Tag Archives: Spring 2021

On Marriage to a Statue by Emily Bornstein

Photo of statue
 

I could have stayed married to David if he wasn’t so unwaveringly chiseled. If his deceptively supple face wasn’t so perfectly defined. If Michelangelo could have given me a dress that was low-cut, a dress that would force David’s undulating cliffs of eternal gray hair to turn and fly rebelliously (momentarily) from the craggy sides of his head. Alas, I have no such dress (but rather, baggy plaid pajama pants that some dancers shot off the stage at a bar mitzvah) and I figure that even a silvery ball gown couldn’t turn me tamed and … Continue reading On Marriage to a Statue by Emily Bornstein

Out of Range by Patricia Hemminger

line of geese flying into gray sky
 

Patricia Hemminger has earned an Honorable Mention in Streetlight’s 2020 Poetry Contest Consider the pattern of UV light directing bees to the flower’s center. Magnetic fields, unfelt by us guiding geese in migration. The low inaudible sounds elephants hear with approaching kin. That butterflies stand on a leaf to taste with their feet. Tiger moths ultrasonic clicks jam bats’ echolocation beams. And snakes have holes in their faces to detect their prey’s infrared radiation. I tell you again she is gone forever. You answer not all things can be seen. Patricia Hemminger’s experience of growing … Continue reading Out of Range by Patricia Hemminger

Hello Icarus by Gary Beaumier

helicopters floating above mountain haze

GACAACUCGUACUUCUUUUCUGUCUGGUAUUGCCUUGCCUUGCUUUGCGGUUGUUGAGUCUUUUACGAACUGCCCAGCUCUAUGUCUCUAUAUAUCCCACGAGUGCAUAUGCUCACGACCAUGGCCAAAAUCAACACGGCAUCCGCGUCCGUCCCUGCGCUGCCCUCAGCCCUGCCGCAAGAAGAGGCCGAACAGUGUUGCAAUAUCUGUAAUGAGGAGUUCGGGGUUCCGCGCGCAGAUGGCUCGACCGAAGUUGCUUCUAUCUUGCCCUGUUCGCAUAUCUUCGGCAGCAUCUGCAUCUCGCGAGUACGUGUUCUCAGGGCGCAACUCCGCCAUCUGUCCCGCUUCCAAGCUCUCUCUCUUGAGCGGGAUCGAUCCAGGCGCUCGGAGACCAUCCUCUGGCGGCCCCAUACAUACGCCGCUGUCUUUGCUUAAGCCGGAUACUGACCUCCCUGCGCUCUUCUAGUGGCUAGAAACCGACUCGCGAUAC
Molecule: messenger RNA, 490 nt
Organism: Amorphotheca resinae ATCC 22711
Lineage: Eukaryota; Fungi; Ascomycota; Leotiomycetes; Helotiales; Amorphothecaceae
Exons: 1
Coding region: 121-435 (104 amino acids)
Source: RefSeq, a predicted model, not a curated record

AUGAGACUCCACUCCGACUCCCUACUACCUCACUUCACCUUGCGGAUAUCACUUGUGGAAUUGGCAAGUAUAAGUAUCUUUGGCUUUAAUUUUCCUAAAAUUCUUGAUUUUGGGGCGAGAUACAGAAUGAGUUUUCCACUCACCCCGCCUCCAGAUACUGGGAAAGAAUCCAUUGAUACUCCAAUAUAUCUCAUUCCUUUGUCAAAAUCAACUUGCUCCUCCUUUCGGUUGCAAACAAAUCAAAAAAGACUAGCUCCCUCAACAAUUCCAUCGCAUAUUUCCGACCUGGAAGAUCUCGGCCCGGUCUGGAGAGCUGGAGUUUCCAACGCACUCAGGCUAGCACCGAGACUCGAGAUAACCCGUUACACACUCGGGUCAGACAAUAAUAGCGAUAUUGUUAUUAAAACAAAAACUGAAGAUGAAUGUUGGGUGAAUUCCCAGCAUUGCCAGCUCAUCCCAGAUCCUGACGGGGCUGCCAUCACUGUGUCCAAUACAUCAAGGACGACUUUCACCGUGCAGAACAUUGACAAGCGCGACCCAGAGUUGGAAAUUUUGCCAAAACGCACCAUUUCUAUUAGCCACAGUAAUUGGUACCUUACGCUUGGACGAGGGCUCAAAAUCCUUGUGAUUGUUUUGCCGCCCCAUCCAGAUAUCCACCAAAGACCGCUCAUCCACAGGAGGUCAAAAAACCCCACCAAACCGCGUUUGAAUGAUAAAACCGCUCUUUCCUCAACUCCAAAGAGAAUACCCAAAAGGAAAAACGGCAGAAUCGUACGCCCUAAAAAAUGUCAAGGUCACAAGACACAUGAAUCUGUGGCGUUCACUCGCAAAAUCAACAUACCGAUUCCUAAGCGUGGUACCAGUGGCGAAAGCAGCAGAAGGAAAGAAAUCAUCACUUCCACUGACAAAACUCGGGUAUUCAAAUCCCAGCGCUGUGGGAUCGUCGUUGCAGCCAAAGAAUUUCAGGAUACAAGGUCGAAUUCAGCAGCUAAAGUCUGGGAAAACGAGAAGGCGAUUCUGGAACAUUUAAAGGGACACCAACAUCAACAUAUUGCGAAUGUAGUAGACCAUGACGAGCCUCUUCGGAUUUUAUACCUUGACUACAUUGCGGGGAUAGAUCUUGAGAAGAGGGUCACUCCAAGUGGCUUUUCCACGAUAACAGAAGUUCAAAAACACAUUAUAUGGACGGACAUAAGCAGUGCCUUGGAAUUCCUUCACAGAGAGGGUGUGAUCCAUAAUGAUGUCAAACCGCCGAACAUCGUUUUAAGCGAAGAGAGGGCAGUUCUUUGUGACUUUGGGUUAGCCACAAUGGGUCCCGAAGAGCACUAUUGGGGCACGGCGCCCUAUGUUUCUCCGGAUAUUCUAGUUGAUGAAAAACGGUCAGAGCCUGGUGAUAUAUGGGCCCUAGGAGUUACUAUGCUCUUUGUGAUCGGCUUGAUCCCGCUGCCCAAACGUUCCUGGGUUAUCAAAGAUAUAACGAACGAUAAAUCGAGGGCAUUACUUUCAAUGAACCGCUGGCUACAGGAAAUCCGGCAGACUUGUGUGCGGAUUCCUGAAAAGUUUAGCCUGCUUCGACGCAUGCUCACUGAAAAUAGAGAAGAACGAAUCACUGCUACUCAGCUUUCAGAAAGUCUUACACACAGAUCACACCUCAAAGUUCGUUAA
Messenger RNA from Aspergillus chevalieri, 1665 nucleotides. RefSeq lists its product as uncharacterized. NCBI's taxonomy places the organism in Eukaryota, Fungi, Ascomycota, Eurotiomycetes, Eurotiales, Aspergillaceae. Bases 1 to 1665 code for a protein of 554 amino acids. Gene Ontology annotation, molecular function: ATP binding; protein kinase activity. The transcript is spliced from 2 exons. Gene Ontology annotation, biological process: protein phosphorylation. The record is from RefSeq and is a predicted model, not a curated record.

Gary Beaumier has earned an Honorable Mention in Streetlight’s 2020 Poetry Contest Once I shuffled along the wings of biplanes I know this because I always fall in my dreams from very high and unsurvivable places tugged inexorably toward cliffs by some invisible force or tumbling off high buildings When I get old and rickety like those planes I’ll take one burst of wind too many and collapse mid flight impossibly high guy wires slackened trailing struts or tail fins as they are loosed spinning rapidly toward a thicket of trees Maybe my last words … Continue reading Hello Icarus by Gary Beaumier

Falling Down by Celia Meade

Photo of baby
 

On a windy day in December, just after the sun had set, I stepped out to go to the grocery store for milk. The wind whipped my hair across my glasses, and I didn’t see the uneven sidewalk by the Greek restaurant. It wasn’t icy but I fell anyway. The sidewalk smacked my chin hard, and I bled all over my delicate silk scarf. A gold crown rolled out onto the sidewalk. Someone was making moaning, animal sounds and that someone was me. My spectacles dug into my cheek, the concrete pushing them past their … Continue reading Falling Down by Celia Meade

Yoghurt with Honey by Ion Corcose

snow white heron reflection in dark water
 

Ion Corcose has earned an Honorable Mention in Streetlight’s 2020 Poetry Contest When I first gazed upon the world, eyes like a dragonfly over a field of grass, I did not see lightning or crows, or a camel stubborn on its knees. I did not see a man pluck hair from a rabbit, rub chilli into the eye of a cow, burn a monkey with a blowtorch; telling the truth came later. I remember learning that the word for truth in Greek, aletheia, means to reveal the forgotten. Looking inside, I found Rumi eating a … Continue reading Yoghurt with Honey by Ion Corcose